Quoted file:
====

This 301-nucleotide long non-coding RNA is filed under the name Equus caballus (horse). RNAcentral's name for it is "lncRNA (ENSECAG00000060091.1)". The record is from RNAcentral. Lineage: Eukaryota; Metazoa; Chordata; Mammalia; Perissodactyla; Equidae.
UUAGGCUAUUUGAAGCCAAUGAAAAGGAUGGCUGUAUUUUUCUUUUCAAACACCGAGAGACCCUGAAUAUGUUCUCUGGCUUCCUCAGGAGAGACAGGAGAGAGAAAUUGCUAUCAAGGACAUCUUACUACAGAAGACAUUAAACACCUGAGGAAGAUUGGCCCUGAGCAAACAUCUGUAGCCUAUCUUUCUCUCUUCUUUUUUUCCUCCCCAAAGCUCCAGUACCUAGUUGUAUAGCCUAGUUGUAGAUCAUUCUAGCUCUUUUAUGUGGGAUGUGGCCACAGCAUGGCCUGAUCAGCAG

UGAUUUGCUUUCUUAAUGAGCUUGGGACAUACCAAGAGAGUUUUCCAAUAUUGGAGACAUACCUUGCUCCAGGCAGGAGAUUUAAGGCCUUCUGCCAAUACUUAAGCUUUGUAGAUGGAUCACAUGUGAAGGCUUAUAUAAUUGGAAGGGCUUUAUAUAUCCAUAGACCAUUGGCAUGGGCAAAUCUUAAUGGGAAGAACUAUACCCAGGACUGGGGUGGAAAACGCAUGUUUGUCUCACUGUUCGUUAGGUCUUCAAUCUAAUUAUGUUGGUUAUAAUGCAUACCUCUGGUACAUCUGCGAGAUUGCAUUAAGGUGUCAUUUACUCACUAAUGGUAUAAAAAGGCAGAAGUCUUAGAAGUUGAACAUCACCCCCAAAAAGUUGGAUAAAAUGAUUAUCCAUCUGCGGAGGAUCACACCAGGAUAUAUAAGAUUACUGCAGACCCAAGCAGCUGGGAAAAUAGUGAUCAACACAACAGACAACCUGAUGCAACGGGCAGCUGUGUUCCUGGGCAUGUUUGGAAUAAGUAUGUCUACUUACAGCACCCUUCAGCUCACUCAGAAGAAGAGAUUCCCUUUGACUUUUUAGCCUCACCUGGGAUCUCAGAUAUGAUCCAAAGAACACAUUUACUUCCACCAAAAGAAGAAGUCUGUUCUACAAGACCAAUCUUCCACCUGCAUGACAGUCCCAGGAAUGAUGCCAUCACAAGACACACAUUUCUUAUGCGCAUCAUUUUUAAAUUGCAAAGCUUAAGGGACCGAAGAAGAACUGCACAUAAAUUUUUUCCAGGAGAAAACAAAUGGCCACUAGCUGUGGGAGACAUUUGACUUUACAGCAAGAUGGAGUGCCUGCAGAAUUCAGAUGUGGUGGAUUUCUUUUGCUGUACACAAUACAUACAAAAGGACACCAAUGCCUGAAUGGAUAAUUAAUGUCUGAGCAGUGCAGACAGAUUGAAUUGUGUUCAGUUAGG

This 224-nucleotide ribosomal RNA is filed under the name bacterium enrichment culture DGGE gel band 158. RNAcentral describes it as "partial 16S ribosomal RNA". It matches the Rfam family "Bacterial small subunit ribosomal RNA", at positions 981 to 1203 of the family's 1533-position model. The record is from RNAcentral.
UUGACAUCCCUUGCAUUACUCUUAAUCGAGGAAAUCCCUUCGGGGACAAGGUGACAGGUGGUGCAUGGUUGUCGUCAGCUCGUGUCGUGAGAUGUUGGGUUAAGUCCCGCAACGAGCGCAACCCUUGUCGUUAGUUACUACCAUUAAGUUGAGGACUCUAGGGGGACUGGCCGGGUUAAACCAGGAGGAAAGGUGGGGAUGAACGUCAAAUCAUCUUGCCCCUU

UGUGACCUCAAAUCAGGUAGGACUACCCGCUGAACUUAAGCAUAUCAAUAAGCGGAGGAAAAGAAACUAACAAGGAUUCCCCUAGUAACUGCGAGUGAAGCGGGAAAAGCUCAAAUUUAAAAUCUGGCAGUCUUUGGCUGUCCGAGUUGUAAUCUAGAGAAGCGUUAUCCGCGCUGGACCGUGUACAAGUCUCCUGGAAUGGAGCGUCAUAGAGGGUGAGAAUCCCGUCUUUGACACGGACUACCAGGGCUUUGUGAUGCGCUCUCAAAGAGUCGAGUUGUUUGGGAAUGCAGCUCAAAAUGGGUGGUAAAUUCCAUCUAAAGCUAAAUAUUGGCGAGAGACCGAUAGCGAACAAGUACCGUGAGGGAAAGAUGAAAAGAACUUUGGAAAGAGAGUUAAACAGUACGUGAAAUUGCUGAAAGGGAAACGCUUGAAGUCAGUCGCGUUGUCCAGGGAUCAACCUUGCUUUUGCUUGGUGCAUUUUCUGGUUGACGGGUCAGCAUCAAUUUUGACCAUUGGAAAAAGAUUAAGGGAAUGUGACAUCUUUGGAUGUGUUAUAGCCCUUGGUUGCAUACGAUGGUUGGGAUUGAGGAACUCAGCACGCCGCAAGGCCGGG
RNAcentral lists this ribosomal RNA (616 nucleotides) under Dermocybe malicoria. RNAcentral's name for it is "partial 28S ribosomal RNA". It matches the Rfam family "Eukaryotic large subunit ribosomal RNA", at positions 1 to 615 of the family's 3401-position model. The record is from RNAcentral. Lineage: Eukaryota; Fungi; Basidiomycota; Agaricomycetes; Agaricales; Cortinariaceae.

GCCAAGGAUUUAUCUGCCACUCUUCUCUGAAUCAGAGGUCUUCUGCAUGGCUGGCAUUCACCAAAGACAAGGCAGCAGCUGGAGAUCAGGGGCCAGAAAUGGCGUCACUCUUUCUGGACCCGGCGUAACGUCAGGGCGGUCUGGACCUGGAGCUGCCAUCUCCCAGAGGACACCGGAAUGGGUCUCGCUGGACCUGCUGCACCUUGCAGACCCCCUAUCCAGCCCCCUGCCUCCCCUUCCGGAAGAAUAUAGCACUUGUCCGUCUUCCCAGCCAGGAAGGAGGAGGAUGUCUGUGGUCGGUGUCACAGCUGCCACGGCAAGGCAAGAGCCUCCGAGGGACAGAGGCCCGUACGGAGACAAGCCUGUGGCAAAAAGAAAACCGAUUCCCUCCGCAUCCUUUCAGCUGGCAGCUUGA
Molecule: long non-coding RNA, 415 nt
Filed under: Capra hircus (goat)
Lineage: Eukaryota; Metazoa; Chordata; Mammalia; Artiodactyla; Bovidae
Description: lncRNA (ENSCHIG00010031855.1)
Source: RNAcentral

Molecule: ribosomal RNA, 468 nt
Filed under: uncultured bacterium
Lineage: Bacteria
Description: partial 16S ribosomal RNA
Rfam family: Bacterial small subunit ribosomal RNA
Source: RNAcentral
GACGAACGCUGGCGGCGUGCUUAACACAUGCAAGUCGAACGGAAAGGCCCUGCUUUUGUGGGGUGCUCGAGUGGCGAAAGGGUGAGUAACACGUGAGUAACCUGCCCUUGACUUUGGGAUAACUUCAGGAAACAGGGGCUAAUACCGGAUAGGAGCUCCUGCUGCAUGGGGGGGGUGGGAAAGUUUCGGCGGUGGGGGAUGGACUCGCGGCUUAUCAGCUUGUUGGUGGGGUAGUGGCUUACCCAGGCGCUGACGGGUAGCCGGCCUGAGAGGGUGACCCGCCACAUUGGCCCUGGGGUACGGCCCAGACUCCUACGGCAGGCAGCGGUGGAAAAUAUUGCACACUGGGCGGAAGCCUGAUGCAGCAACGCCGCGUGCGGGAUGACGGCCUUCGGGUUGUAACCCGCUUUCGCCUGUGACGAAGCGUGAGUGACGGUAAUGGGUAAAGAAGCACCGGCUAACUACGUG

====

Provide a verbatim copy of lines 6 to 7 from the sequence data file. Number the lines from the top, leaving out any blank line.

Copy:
UGUGACCUCAAAUCAGGUAGGACUACCCGCUGAACUUAAGCAUAUCAAUAAGCGGAGGAAAAGAAACUAACAAGGAUUCCCCUAGUAACUGCGAGUGAAGCGGGAAAAGCUCAAAUUUAAAAUCUGGCAGUCUUUGGCUGUCCGAGUUGUAAUCUAGAGAAGCGUUAUCCGCGCUGGACCGUGUACAAGUCUCCUGGAAUGGAGCGUCAUAGAGGGUGAGAAUCCCGUCUUUGACACGGACUACCAGGGCUUUGUGAUGCGCUCUCAAAGAGUCGAGUUGUUUGGGAAUGCAGCUCAAAAUGGGUGGUAAAUUCCAUCUAAAGCUAAAUAUUGGCGAGAGACCGAUAGCGAACAAGUACCGUGAGGGAAAGAUGAAAAGAACUUUGGAAAGAGAGUUAAACAGUACGUGAAAUUGCUGAAAGGGAAACGCUUGAAGUCAGUCGCGUUGUCCAGGGAUCAACCUUGCUUUUGCUUGGUGCAUUUUCUGGUUGACGGGUCAGCAUCAAUUUUGACCAUUGGAAAAAGAUUAAGGGAAUGUGACAUCUUUGGAUGUGUUAUAGCCCUUGGUUGCAUACGAUGGUUGGGAUUGAGGAACUCAGCACGCCGCAAGGCCGGG
RNAcentral lists this ribosomal RNA (616 nucleotides) under Dermocybe malicoria. RNAcentral's name for it is "partial 28S ribosomal RNA". It matches the Rfam family "Eukaryotic large subunit ribosomal RNA", at positions 1 to 615 of the family's 3401-position model. The record is from RNAcentral. Lineage: Eukaryota; Fungi; Basidiomycota; Agaricomycetes; Agaricales; Cortinariaceae.